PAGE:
Thursday, December 3, 2009

Times Square Meets the Media


When I lived in New York, I often avoided Times Square. It's easily the most crowded part of the city, largely because of tourists. Which also makes it the slowest. Meaning, tourists stroll through the urban spectacle, gawking at the monster ads that loom over 42nd Street because they've never seen anything like it. And at first glance, there is something eery about its power. The sheer size can be captivating. So much so that without much thought, standing in Times Square, seeing all the glitz, can make any tourist feel, well, a part of something bigger, grander. Suddenly, their lives—which perhaps they viewed as insignificant— feel important. It's as if watching the barrage of commercial 'stories' on huge lighted billboards provides new meaning. And they belong. No matter how absurd or shallow the messages that rope them in.

These last few weeks, the news media has felt a lot like Times Square. From the balloon-boy farce and White House crashing couple to the lines wanting Sarah Palin's autograph and crowds wanting Tiger Woods' details, every where, it seems, is a massive story of wanting to belong. An inventor dad wants recognition, a suburban pair clamors for inclusion, supporters want Sarah because "She's just like me" and sports fans want confessions. As if they're entitled to know. As if they're friends. As if their lives won't count without the attention.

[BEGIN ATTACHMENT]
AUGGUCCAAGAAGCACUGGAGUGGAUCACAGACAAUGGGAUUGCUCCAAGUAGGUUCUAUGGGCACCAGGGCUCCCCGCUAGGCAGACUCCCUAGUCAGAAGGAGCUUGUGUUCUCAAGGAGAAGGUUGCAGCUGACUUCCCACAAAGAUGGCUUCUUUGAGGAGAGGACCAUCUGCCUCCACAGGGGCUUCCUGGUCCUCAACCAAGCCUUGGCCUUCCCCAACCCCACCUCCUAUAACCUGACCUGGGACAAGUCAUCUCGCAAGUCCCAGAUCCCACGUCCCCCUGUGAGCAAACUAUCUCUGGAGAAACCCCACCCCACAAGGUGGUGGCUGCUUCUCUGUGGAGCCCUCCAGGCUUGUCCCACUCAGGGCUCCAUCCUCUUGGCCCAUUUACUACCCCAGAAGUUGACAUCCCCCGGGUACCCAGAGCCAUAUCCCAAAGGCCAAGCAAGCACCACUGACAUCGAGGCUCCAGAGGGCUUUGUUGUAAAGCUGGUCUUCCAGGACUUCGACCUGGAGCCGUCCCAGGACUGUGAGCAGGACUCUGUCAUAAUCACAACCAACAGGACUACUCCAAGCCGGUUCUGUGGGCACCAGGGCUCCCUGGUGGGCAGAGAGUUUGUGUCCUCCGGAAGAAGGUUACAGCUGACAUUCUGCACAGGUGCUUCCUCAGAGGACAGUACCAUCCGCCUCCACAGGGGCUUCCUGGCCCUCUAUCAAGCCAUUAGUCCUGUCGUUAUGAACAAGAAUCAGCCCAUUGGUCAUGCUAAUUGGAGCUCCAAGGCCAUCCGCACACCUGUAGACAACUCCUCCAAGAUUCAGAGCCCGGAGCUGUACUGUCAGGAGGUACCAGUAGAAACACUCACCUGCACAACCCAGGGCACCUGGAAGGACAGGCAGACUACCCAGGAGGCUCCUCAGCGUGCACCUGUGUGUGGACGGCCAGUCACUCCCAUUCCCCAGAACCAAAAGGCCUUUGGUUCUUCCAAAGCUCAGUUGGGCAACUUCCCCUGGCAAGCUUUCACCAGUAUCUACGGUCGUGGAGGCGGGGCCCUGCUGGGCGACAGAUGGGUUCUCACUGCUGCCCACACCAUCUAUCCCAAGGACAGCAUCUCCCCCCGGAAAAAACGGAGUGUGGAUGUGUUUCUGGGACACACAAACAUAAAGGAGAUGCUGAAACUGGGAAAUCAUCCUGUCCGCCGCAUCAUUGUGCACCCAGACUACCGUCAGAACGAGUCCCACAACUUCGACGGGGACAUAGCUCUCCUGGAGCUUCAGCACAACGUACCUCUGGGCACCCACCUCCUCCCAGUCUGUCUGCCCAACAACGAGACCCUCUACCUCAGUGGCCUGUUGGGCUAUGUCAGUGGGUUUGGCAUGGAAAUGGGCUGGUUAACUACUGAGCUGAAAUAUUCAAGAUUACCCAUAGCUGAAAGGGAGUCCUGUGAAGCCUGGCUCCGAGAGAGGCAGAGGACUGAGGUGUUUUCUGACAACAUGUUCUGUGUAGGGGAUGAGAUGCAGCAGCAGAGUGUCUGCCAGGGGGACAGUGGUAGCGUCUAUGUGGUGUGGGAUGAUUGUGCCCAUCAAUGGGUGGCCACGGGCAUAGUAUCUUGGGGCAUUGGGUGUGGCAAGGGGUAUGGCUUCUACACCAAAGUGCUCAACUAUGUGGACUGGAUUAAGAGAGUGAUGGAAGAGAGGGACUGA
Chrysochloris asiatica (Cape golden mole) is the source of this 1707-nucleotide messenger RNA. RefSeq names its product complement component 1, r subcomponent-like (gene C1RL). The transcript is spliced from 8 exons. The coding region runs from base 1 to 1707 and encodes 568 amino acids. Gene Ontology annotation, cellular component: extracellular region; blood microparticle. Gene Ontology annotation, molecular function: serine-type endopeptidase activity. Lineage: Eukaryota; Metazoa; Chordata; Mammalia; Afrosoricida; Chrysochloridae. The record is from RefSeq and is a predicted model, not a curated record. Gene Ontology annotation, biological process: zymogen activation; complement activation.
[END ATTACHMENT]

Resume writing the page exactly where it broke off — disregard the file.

Times Square is one thing—one massive commercial, to be exact. Journalism is quite another. Its role is to inform, not distract. To report news, not create it. So I'm disappointed that lately we know more about book tours and golf stars than we do Afghanistan or senate debates (in Massachusetts). We have to look hard for details on hungry and poor kids in the U.S. and even harder for the stories about real statesmen who care for their constituents so much they practice integrity in their leadership.

I understand that celebrity-ism has long fascinated the masses, and made the masses crave it for themselves. But really. With so many great tools available today, couldn't we be spending a lot more time looking at the things that matter, and don't just sell? Couldn't some visionary journalists pursue the scoops that offer genuine meaning, not just stories that reflect the billboards?

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